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Catching up with 'The Breadman,' a Q&A with Artemi Panarin

He takes his dog on walks along the river, he's got a new Russian friend in 'Bob' and, yes, he can will himself to take over a game

by Brian Hedger @JacketsInsider / BlueJackets.com

It's been quite a debut season for Artemi Panarin with the Blue Jackets.

Since being traded to Columbus in a blockbuster deal last June, he's dealt with a lot of change. After bursting onto the NHL scene for two big seasons with the Blackhawks, playing opposite Patrick Kane, the highly-skilled Russian has forged a new identity of sorts as a Blue Jacket.

He's the same guy, with the same 'Breadman" nickname and same gregarious personality, but he's also different. Panarin is no longer playing in the shadows of superstars. He is the superstar. Whatever line he's on, that is by default the Blue Jackets' No. 1 line, no matter who's playing with him.

He's gone from pupil in Chicago, learning about NHL life from a core group of three-time Stanley Cup champions, to teacher in Columbus, where he's developed a strong bond with 19-year old rookie center Pierre-Luc Dubois, a star-in-the-making.

Panarin might've lost the everyday presence of Artem Anisimov as a teammate and friend in Chicago, but he's gained a new Russian friendship with Blue Jackets goalie Sergei Bobrovsky.

The explosive one-timer is still lethal, but he doesn't lean on it as much. It's just another weapon now, not a crutch.

He's learned about a new city, new coaches, new teammates and new conference this season, and with 13 games left, you'd have to say he's handled all those changes deftly, with the same fluidity with which he handles the puck.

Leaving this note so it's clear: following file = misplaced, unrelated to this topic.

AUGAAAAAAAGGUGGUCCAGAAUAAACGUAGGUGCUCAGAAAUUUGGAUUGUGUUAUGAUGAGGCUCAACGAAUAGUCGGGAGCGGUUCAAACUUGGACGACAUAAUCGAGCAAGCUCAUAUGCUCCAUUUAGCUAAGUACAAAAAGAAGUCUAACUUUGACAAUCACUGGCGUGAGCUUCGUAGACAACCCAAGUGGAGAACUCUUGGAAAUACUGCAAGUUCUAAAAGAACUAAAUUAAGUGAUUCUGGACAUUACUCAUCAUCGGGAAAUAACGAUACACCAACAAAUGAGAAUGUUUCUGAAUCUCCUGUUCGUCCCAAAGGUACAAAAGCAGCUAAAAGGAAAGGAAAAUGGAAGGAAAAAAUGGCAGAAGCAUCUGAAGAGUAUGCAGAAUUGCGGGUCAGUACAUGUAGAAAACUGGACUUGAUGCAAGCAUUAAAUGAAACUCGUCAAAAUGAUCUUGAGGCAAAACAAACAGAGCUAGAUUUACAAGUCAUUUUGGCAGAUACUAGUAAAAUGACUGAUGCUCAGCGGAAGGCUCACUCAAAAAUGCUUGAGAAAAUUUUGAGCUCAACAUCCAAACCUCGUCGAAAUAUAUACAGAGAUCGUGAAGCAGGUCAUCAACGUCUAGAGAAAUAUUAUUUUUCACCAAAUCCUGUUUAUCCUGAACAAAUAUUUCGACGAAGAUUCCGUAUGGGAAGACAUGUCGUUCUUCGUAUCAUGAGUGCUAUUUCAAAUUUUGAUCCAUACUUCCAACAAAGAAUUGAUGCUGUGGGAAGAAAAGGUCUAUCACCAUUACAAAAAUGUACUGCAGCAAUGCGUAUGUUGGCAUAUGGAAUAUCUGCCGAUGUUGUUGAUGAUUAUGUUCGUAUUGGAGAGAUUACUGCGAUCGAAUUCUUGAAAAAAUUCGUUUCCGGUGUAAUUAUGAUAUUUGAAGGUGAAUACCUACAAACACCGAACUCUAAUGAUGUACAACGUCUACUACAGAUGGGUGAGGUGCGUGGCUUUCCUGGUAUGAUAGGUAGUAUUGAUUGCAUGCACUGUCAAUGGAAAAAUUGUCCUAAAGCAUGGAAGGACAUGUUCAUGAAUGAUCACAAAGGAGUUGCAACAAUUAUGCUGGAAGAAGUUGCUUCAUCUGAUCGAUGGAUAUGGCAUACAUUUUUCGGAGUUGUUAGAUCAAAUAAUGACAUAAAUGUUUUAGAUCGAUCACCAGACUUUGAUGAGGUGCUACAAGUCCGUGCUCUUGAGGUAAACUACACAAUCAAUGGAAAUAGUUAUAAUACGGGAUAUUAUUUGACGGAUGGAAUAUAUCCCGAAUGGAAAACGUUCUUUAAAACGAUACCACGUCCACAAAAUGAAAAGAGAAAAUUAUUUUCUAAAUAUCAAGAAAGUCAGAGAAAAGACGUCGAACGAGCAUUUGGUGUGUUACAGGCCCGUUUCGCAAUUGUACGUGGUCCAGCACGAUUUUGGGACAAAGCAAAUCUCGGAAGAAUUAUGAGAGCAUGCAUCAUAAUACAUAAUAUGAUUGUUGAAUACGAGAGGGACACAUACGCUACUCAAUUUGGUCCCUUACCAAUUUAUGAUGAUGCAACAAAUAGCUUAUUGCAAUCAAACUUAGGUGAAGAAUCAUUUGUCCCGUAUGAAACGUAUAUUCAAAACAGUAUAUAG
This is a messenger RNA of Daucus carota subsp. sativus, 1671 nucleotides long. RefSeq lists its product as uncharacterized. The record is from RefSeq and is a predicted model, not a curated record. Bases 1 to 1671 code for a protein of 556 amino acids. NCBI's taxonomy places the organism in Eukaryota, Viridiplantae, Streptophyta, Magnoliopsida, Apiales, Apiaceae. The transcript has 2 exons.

He's the Jackets' leading scorer, with 21 goals and 60 points, and Columbus is making its push to qualify for the Stanley Cup Playoffs for a second straight year - spearheaded by a special talent from Korkino, Russia, who's just three years into his NHL career.

With translation help from his agent, Dan Milstein, Panarin took some time to discuss that and other topics with BlueJackets.com on Friday, after the Blue Jackets edged the Detroit Red Wings, 3-2, at Nationwide Arena:

Did it take you a little while to adjust to Columbus?

"As a city or as a team?"

Both.

"It didn't take much to adjust to the city, because that's kind of the life of the hockey player. You just get used to things fast."

How about as a player?

"Well, many thanks to the coach, because he didn't make me change my style of game at all. He didn't change anything, and I'm playing the way I've always played before."

It's been different not having Patrick Kane around, right? Did it take some time getting used to that?

(smiles): "Kane is a good player."

How are you feeling now compared to the beginning of the season?

"It's feels great now. In the beginning of the season, when I came here, I felt great and in shape. Then, I had a little dip down in the middle of the season, but now I'm back up to full force and I feel very good."